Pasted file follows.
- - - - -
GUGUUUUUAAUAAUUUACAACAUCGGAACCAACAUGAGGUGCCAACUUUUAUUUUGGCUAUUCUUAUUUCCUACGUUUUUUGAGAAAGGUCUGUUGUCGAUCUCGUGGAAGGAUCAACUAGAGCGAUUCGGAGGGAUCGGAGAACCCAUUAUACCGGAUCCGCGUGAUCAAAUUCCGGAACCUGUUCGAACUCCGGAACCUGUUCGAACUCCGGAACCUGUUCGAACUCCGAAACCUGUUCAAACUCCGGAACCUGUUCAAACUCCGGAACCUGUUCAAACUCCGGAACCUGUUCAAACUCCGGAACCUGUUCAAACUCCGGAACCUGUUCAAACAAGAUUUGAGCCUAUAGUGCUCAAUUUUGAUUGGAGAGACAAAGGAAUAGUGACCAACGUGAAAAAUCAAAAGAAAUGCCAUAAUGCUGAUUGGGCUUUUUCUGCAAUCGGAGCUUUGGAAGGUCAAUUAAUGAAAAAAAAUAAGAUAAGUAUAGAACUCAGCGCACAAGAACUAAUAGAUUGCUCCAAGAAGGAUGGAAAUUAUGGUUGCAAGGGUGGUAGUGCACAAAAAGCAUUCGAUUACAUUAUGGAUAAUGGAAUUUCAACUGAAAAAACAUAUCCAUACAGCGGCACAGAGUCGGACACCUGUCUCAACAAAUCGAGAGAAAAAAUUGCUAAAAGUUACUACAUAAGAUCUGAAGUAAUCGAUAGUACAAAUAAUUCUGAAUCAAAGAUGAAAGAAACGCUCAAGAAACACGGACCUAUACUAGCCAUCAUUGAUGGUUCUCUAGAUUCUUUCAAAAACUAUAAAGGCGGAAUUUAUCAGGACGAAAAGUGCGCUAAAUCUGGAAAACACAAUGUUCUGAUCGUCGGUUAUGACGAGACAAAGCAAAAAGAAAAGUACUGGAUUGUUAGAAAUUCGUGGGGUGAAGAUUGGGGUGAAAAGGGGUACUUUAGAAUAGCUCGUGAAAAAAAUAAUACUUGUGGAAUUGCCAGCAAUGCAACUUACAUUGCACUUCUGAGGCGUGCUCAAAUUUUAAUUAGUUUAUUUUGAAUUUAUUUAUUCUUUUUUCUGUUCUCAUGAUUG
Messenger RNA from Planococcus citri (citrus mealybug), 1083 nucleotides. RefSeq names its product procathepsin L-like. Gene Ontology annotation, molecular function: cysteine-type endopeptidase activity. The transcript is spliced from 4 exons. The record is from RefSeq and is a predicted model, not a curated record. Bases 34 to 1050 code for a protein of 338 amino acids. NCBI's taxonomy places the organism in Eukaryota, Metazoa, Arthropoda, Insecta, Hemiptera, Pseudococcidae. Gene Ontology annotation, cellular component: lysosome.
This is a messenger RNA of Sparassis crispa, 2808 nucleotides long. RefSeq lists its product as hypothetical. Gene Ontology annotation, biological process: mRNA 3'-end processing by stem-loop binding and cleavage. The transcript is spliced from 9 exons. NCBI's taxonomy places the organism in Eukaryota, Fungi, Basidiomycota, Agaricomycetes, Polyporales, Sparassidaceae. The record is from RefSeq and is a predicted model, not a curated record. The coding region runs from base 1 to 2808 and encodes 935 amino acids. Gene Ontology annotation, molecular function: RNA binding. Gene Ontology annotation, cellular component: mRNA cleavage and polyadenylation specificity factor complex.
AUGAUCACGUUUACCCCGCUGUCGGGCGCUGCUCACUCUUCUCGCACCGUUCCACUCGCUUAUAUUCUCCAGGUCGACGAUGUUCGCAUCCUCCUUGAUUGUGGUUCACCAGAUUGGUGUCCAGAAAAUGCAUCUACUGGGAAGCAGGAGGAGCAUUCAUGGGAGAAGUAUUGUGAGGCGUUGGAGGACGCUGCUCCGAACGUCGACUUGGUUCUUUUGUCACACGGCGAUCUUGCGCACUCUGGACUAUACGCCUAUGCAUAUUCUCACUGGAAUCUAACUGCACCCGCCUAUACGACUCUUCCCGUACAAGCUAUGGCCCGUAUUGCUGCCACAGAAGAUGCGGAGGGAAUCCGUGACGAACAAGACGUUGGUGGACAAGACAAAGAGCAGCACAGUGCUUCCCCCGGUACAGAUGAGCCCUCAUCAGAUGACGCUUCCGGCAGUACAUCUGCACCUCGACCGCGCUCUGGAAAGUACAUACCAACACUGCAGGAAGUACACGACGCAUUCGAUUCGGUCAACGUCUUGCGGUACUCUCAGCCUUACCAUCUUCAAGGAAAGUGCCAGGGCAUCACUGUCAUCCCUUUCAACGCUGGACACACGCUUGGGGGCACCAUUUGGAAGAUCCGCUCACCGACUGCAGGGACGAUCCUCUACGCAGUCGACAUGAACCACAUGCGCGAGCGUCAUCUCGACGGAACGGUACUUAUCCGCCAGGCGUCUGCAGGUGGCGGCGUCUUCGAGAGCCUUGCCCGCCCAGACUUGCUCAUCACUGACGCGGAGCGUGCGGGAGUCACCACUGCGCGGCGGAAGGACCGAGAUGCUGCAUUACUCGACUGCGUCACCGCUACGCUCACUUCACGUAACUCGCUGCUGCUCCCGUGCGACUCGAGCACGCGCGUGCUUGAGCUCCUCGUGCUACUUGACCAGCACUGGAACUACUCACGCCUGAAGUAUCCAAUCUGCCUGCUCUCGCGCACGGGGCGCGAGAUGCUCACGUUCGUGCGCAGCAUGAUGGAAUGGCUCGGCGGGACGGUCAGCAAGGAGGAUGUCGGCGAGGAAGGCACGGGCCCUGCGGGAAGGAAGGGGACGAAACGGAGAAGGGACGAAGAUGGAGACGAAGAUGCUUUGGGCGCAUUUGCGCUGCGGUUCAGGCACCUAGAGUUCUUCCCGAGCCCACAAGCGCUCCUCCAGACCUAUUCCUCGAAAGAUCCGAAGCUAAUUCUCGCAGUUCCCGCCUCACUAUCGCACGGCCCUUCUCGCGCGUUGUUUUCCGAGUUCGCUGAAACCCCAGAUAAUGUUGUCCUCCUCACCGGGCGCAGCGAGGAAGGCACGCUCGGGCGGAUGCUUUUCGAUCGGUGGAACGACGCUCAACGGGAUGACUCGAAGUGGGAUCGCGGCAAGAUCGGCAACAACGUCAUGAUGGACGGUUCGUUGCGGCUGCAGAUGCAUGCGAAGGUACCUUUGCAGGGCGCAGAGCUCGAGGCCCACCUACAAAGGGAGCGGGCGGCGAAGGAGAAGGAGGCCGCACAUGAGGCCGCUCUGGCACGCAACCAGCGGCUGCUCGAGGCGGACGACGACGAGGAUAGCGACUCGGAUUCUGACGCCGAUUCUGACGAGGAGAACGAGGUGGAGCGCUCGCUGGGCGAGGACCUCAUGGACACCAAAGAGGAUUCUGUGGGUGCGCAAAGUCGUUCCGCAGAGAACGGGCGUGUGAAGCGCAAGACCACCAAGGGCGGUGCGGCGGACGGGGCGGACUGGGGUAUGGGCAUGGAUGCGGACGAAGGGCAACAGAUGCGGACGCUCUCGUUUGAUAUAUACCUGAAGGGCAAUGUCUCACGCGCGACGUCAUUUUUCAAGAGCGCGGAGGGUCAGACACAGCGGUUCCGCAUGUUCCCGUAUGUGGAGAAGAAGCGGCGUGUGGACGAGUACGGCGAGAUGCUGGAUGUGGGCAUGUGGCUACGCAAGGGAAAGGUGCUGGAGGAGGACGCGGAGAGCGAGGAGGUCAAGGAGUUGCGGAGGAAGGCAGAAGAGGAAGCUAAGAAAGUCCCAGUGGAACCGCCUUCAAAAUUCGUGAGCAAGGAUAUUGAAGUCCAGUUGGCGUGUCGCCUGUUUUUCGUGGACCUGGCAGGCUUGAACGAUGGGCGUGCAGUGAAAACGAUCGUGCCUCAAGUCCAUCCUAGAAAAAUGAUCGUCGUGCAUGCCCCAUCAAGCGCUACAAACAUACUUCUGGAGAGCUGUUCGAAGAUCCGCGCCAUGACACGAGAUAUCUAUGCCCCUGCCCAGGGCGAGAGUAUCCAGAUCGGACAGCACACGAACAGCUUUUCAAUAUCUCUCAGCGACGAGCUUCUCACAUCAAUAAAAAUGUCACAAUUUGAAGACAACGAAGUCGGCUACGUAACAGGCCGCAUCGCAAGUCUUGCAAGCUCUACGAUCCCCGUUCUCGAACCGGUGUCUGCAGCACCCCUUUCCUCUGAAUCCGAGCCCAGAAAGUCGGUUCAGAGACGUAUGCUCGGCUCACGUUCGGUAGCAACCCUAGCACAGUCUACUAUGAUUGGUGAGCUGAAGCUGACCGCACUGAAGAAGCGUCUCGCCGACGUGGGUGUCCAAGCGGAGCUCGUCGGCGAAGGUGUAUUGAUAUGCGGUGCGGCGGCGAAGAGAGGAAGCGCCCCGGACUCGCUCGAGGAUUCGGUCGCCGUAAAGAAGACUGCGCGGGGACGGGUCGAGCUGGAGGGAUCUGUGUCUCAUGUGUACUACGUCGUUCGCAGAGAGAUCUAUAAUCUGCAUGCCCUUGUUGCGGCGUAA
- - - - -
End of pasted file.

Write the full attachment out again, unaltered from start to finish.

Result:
GUGUUUUUAAUAAUUUACAACAUCGGAACCAACAUGAGGUGCCAACUUUUAUUUUGGCUAUUCUUAUUUCCUACGUUUUUUGAGAAAGGUCUGUUGUCGAUCUCGUGGAAGGAUCAACUAGAGCGAUUCGGAGGGAUCGGAGAACCCAUUAUACCGGAUCCGCGUGAUCAAAUUCCGGAACCUGUUCGAACUCCGGAACCUGUUCGAACUCCGGAACCUGUUCGAACUCCGAAACCUGUUCAAACUCCGGAACCUGUUCAAACUCCGGAACCUGUUCAAACUCCGGAACCUGUUCAAACUCCGGAACCUGUUCAAACUCCGGAACCUGUUCAAACAAGAUUUGAGCCUAUAGUGCUCAAUUUUGAUUGGAGAGACAAAGGAAUAGUGACCAACGUGAAAAAUCAAAAGAAAUGCCAUAAUGCUGAUUGGGCUUUUUCUGCAAUCGGAGCUUUGGAAGGUCAAUUAAUGAAAAAAAAUAAGAUAAGUAUAGAACUCAGCGCACAAGAACUAAUAGAUUGCUCCAAGAAGGAUGGAAAUUAUGGUUGCAAGGGUGGUAGUGCACAAAAAGCAUUCGAUUACAUUAUGGAUAAUGGAAUUUCAACUGAAAAAACAUAUCCAUACAGCGGCACAGAGUCGGACACCUGUCUCAACAAAUCGAGAGAAAAAAUUGCUAAAAGUUACUACAUAAGAUCUGAAGUAAUCGAUAGUACAAAUAAUUCUGAAUCAAAGAUGAAAGAAACGCUCAAGAAACACGGACCUAUACUAGCCAUCAUUGAUGGUUCUCUAGAUUCUUUCAAAAACUAUAAAGGCGGAAUUUAUCAGGACGAAAAGUGCGCUAAAUCUGGAAAACACAAUGUUCUGAUCGUCGGUUAUGACGAGACAAAGCAAAAAGAAAAGUACUGGAUUGUUAGAAAUUCGUGGGGUGAAGAUUGGGGUGAAAAGGGGUACUUUAGAAUAGCUCGUGAAAAAAAUAAUACUUGUGGAAUUGCCAGCAAUGCAACUUACAUUGCACUUCUGAGGCGUGCUCAAAUUUUAAUUAGUUUAUUUUGAAUUUAUUUAUUCUUUUUUCUGUUCUCAUGAUUG
Messenger RNA from Planococcus citri (citrus mealybug), 1083 nucleotides. RefSeq names its product procathepsin L-like. Gene Ontology annotation, molecular function: cysteine-type endopeptidase activity. The transcript is spliced from 4 exons. The record is from RefSeq and is a predicted model, not a curated record. Bases 34 to 1050 code for a protein of 338 amino acids. NCBI's taxonomy places the organism in Eukaryota, Metazoa, Arthropoda, Insecta, Hemiptera, Pseudococcidae. Gene Ontology annotation, cellular component: lysosome.
This is a messenger RNA of Sparassis crispa, 2808 nucleotides long. RefSeq lists its product as hypothetical. Gene Ontology annotation, biological process: mRNA 3'-end processing by stem-loop binding and cleavage. The transcript is spliced from 9 exons. NCBI's taxonomy places the organism in Eukaryota, Fungi, Basidiomycota, Agaricomycetes, Polyporales, Sparassidaceae. The record is from RefSeq and is a predicted model, not a curated record. The coding region runs from base 1 to 2808 and encodes 935 amino acids. Gene Ontology annotation, molecular function: RNA binding. Gene Ontology annotation, cellular component: mRNA cleavage and polyadenylation specificity factor complex.
AUGAUCACGUUUACCCCGCUGUCGGGCGCUGCUCACUCUUCUCGCACCGUUCCACUCGCUUAUAUUCUCCAGGUCGACGAUGUUCGCAUCCUCCUUGAUUGUGGUUCACCAGAUUGGUGUCCAGAAAAUGCAUCUACUGGGAAGCAGGAGGAGCAUUCAUGGGAGAAGUAUUGUGAGGCGUUGGAGGACGCUGCUCCGAACGUCGACUUGGUUCUUUUGUCACACGGCGAUCUUGCGCACUCUGGACUAUACGCCUAUGCAUAUUCUCACUGGAAUCUAACUGCACCCGCCUAUACGACUCUUCCCGUACAAGCUAUGGCCCGUAUUGCUGCCACAGAAGAUGCGGAGGGAAUCCGUGACGAACAAGACGUUGGUGGACAAGACAAAGAGCAGCACAGUGCUUCCCCCGGUACAGAUGAGCCCUCAUCAGAUGACGCUUCCGGCAGUACAUCUGCACCUCGACCGCGCUCUGGAAAGUACAUACCAACACUGCAGGAAGUACACGACGCAUUCGAUUCGGUCAACGUCUUGCGGUACUCUCAGCCUUACCAUCUUCAAGGAAAGUGCCAGGGCAUCACUGUCAUCCCUUUCAACGCUGGACACACGCUUGGGGGCACCAUUUGGAAGAUCCGCUCACCGACUGCAGGGACGAUCCUCUACGCAGUCGACAUGAACCACAUGCGCGAGCGUCAUCUCGACGGAACGGUACUUAUCCGCCAGGCGUCUGCAGGUGGCGGCGUCUUCGAGAGCCUUGCCCGCCCAGACUUGCUCAUCACUGACGCGGAGCGUGCGGGAGUCACCACUGCGCGGCGGAAGGACCGAGAUGCUGCAUUACUCGACUGCGUCACCGCUACGCUCACUUCACGUAACUCGCUGCUGCUCCCGUGCGACUCGAGCACGCGCGUGCUUGAGCUCCUCGUGCUACUUGACCAGCACUGGAACUACUCACGCCUGAAGUAUCCAAUCUGCCUGCUCUCGCGCACGGGGCGCGAGAUGCUCACGUUCGUGCGCAGCAUGAUGGAAUGGCUCGGCGGGACGGUCAGCAAGGAGGAUGUCGGCGAGGAAGGCACGGGCCCUGCGGGAAGGAAGGGGACGAAACGGAGAAGGGACGAAGAUGGAGACGAAGAUGCUUUGGGCGCAUUUGCGCUGCGGUUCAGGCACCUAGAGUUCUUCCCGAGCCCACAAGCGCUCCUCCAGACCUAUUCCUCGAAAGAUCCGAAGCUAAUUCUCGCAGUUCCCGCCUCACUAUCGCACGGCCCUUCUCGCGCGUUGUUUUCCGAGUUCGCUGAAACCCCAGAUAAUGUUGUCCUCCUCACCGGGCGCAGCGAGGAAGGCACGCUCGGGCGGAUGCUUUUCGAUCGGUGGAACGACGCUCAACGGGAUGACUCGAAGUGGGAUCGCGGCAAGAUCGGCAACAACGUCAUGAUGGACGGUUCGUUGCGGCUGCAGAUGCAUGCGAAGGUACCUUUGCAGGGCGCAGAGCUCGAGGCCCACCUACAAAGGGAGCGGGCGGCGAAGGAGAAGGAGGCCGCACAUGAGGCCGCUCUGGCACGCAACCAGCGGCUGCUCGAGGCGGACGACGACGAGGAUAGCGACUCGGAUUCUGACGCCGAUUCUGACGAGGAGAACGAGGUGGAGCGCUCGCUGGGCGAGGACCUCAUGGACACCAAAGAGGAUUCUGUGGGUGCGCAAAGUCGUUCCGCAGAGAACGGGCGUGUGAAGCGCAAGACCACCAAGGGCGGUGCGGCGGACGGGGCGGACUGGGGUAUGGGCAUGGAUGCGGACGAAGGGCAACAGAUGCGGACGCUCUCGUUUGAUAUAUACCUGAAGGGCAAUGUCUCACGCGCGACGUCAUUUUUCAAGAGCGCGGAGGGUCAGACACAGCGGUUCCGCAUGUUCCCGUAUGUGGAGAAGAAGCGGCGUGUGGACGAGUACGGCGAGAUGCUGGAUGUGGGCAUGUGGCUACGCAAGGGAAAGGUGCUGGAGGAGGACGCGGAGAGCGAGGAGGUCAAGGAGUUGCGGAGGAAGGCAGAAGAGGAAGCUAAGAAAGUCCCAGUGGAACCGCCUUCAAAAUUCGUGAGCAAGGAUAUUGAAGUCCAGUUGGCGUGUCGCCUGUUUUUCGUGGACCUGGCAGGCUUGAACGAUGGGCGUGCAGUGAAAACGAUCGUGCCUCAAGUCCAUCCUAGAAAAAUGAUCGUCGUGCAUGCCCCAUCAAGCGCUACAAACAUACUUCUGGAGAGCUGUUCGAAGAUCCGCGCCAUGACACGAGAUAUCUAUGCCCCUGCCCAGGGCGAGAGUAUCCAGAUCGGACAGCACACGAACAGCUUUUCAAUAUCUCUCAGCGACGAGCUUCUCACAUCAAUAAAAAUGUCACAAUUUGAAGACAACGAAGUCGGCUACGUAACAGGCCGCAUCGCAAGUCUUGCAAGCUCUACGAUCCCCGUUCUCGAACCGGUGUCUGCAGCACCCCUUUCCUCUGAAUCCGAGCCCAGAAAGUCGGUUCAGAGACGUAUGCUCGGCUCACGUUCGGUAGCAACCCUAGCACAGUCUACUAUGAUUGGUGAGCUGAAGCUGACCGCACUGAAGAAGCGUCUCGCCGACGUGGGUGUCCAAGCGGAGCUCGUCGGCGAAGGUGUAUUGAUAUGCGGUGCGGCGGCGAAGAGAGGAAGCGCCCCGGACUCGCUCGAGGAUUCGGUCGCCGUAAAGAAGACUGCGCGGGGACGGGUCGAGCUGGAGGGAUCUGUGUCUCAUGUGUACUACGUCGUUCGCAGAGAGAUCUAUAAUCUGCAUGCCCUUGUUGCGGCGUAA